There are certain moments in sports that define a team, an era, or an individual. The Immaculate Reception is one of those defining moments – separating the same old Steelers from the Super Bowl Steelers. In the minds of many fans, the Immaculate Reception has become associated with the Steelers’ first Super Bowl victory. In fact, it would be two years before the team won its first championship, but this play changed the team’s fortunes and identity. In a matter of seconds, the team went from lovable losers to probable winners, launching an era when the Steelers and their city became known nationwide as champions.
The play itself had all the dramatic elements needed for a “legendary” moment: Less than 30 seconds on the clock, the Steelers behind 7 to 6, facing fourth and 10 with no timeouts, a packed house of 50,000-plus at Three Rivers Stadium, an AFC divisional playoff game on the line, and a rookie running back who inadvertently became central to the action. Even 45 years later, we can all remember how this most memorable (and most controversial) play rolled out. Quarterback Terry Bradshaw scrambled to avoid Raiders linemen Tony Cline and Horace Jones, then fired a pass toward Frenchy Fuqua. The pass bounced off the Raiders’ Jack Tatum and was scooped out of the air just before it hit the ground by Franco Harris. He evaded Raiders linebacker Gerald Irons and stiff-armed Jimmy Warren en route to the end zone. As Harris scored, bedlam ensued; Steelers players celebrated and hundreds of fans rushed onto the field.
It took the officials almost 15 minutes to sort out what had happened, clear the field, and after Roy Gerela’s extra point, award the Steelers their first-ever playoff victory. That night, Sharon Levosky called Myron Cope before his 11 p.m. broadcast and suggested the name her friend Michael Ord had used to describe the play: “The Immaculate Reception.” When Cope used the term on air, associating a religious miracle with a football moment, the immortalization of the Immaculate Reception began. The legend of that moment has only grown as time has passed.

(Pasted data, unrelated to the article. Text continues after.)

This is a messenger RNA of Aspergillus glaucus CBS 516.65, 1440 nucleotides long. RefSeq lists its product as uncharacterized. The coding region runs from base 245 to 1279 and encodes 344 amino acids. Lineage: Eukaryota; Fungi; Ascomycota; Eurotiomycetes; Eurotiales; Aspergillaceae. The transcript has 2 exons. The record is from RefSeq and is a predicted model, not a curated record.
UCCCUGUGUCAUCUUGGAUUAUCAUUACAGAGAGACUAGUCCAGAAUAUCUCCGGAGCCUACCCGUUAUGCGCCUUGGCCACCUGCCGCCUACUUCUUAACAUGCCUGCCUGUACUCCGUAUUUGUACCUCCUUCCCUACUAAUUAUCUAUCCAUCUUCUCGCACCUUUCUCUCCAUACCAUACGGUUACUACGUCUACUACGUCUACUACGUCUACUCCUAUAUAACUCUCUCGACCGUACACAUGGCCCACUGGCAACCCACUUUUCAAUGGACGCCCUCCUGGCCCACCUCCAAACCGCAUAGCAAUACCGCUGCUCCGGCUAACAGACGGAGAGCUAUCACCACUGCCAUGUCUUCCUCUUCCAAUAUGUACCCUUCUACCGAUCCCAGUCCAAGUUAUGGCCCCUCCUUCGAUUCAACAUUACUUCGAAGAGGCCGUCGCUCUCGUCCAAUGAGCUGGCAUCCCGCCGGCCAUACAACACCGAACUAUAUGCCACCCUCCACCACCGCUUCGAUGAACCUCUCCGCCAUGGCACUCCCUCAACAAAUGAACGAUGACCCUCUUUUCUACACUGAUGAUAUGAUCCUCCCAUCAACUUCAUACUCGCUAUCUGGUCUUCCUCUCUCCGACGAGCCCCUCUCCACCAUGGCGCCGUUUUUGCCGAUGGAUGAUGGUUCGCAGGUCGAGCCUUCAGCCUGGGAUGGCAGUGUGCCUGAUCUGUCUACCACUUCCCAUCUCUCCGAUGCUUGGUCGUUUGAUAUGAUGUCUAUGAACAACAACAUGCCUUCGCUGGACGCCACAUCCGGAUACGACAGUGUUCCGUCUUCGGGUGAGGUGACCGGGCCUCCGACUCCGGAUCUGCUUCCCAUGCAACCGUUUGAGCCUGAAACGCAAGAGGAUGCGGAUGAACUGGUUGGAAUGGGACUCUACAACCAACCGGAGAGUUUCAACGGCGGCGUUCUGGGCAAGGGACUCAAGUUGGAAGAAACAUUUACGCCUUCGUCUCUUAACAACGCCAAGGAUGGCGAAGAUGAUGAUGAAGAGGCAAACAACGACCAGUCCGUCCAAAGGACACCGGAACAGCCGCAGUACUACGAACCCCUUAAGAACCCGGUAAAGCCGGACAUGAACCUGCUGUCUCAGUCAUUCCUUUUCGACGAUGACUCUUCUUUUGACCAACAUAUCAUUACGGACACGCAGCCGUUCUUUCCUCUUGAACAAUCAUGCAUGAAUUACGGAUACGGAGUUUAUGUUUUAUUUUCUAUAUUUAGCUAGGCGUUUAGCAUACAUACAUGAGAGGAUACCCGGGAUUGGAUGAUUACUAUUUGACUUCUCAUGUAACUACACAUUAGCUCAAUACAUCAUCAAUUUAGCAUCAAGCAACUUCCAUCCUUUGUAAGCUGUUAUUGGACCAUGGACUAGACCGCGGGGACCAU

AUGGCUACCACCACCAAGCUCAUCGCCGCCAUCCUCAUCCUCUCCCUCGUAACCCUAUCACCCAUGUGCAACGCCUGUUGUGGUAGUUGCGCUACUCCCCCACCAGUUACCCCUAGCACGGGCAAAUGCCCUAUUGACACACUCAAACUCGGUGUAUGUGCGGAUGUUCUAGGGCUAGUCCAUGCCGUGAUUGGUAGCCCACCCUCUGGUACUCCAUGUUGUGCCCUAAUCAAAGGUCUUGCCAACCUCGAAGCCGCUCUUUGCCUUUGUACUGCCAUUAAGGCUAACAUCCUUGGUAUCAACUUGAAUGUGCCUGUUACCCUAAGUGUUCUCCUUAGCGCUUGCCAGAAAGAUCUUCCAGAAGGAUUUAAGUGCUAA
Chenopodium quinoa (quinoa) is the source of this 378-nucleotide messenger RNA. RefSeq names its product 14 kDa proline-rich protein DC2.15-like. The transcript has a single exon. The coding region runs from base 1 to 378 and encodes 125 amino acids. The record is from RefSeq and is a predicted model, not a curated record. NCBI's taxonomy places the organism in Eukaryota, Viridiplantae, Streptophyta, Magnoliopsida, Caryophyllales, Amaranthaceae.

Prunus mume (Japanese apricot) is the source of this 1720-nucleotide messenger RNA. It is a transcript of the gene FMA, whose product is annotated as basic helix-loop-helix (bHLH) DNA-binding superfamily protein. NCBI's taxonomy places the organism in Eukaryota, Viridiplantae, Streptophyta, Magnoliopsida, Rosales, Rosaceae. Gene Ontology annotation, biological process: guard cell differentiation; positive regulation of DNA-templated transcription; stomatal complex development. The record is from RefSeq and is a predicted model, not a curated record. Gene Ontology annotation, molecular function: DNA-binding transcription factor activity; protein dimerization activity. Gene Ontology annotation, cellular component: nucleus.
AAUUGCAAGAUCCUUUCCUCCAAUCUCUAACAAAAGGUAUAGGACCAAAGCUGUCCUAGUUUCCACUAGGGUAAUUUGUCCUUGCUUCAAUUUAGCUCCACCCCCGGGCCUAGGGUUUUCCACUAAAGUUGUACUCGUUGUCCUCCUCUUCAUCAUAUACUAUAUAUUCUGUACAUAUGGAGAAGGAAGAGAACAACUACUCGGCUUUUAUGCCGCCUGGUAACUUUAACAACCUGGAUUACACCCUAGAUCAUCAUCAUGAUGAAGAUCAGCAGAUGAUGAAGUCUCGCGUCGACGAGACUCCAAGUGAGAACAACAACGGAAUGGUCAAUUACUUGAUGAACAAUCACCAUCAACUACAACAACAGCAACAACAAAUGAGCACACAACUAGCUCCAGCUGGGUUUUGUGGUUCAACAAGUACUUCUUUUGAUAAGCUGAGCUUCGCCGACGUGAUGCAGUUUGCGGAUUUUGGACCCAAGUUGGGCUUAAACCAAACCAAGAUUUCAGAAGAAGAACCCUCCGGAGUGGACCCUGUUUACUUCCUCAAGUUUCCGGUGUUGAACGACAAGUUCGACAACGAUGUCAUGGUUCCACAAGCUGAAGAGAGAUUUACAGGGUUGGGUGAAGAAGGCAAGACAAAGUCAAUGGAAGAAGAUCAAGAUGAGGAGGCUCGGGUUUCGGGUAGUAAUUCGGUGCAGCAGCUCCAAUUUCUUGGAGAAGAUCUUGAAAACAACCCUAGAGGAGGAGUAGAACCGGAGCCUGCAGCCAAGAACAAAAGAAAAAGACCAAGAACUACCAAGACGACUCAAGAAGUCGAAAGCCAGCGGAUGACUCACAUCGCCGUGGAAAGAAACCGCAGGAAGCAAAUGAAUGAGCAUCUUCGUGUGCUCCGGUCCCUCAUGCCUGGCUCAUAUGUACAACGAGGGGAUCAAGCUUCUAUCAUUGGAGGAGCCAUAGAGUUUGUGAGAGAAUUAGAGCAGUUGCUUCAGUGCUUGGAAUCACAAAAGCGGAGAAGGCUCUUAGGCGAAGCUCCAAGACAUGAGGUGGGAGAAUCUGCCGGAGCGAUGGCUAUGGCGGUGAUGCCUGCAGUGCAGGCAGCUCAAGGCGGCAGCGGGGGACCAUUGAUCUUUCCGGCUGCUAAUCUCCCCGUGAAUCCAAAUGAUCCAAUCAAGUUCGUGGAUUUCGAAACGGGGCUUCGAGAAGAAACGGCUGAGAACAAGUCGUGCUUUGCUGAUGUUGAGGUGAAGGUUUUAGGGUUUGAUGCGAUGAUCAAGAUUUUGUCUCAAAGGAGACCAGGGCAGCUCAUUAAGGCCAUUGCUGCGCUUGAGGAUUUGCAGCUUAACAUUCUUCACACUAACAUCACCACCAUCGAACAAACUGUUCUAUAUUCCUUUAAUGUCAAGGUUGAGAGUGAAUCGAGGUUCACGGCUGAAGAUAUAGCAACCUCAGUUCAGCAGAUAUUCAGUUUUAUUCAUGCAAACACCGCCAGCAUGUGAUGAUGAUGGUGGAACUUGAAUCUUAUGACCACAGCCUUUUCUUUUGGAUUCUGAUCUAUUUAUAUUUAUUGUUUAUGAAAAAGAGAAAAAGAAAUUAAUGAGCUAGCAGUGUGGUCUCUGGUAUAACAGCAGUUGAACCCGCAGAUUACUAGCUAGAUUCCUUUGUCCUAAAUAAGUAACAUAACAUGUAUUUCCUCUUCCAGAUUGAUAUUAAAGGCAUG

Perhaps that mythology has as much to do with what came after the moment as it does with the event itself. Before Harris charged into the end zone, the Steelers had struggled for more than 40 seasons, hampered by the often-divided attention of their owner Art Rooney, limited financial resources, and lack of a home field. All that began to change in the 1970s as Dan Rooney became the driving force of a team led by Coach Chuck Noll. Noll built the nucleus with drafts of Joe Greene, Terry Bradshaw, Mel Blount, Jack Ham, and Harris. In 1974 Art Rooney Jr., Bill Nunn, and the scouting team put together what has been considered the best class ever, drafting four future Hall of Famers.
By agreeing to join the American Football Conference in 1970, the team received a substantial infusion of cash. That same year, the team moved into Three Rivers Stadium, a venue far superior to Forbes Field and Pitt Stadium. “Monday Night Football,” which began in 1970, offered a national audience for the Steelers as they began their ascent in the 1970s, just as the downturn in the steel industry created a diaspora of job seekers from the city. The two audiences combined to create Steelers nation, reveling in the success of their sports teams even as the bottom dropped out of the regional economy. A new identity as the City of Champions was forged in the 1970s, with the Immaculate Reception serving as a foundation and the four Super Bowl victories as the cornerstone of that identity.
Anne Madarasz is the Director of the Curatorial Division, Chief Historian, & Director of the Western Pennsylvania Sports Museum.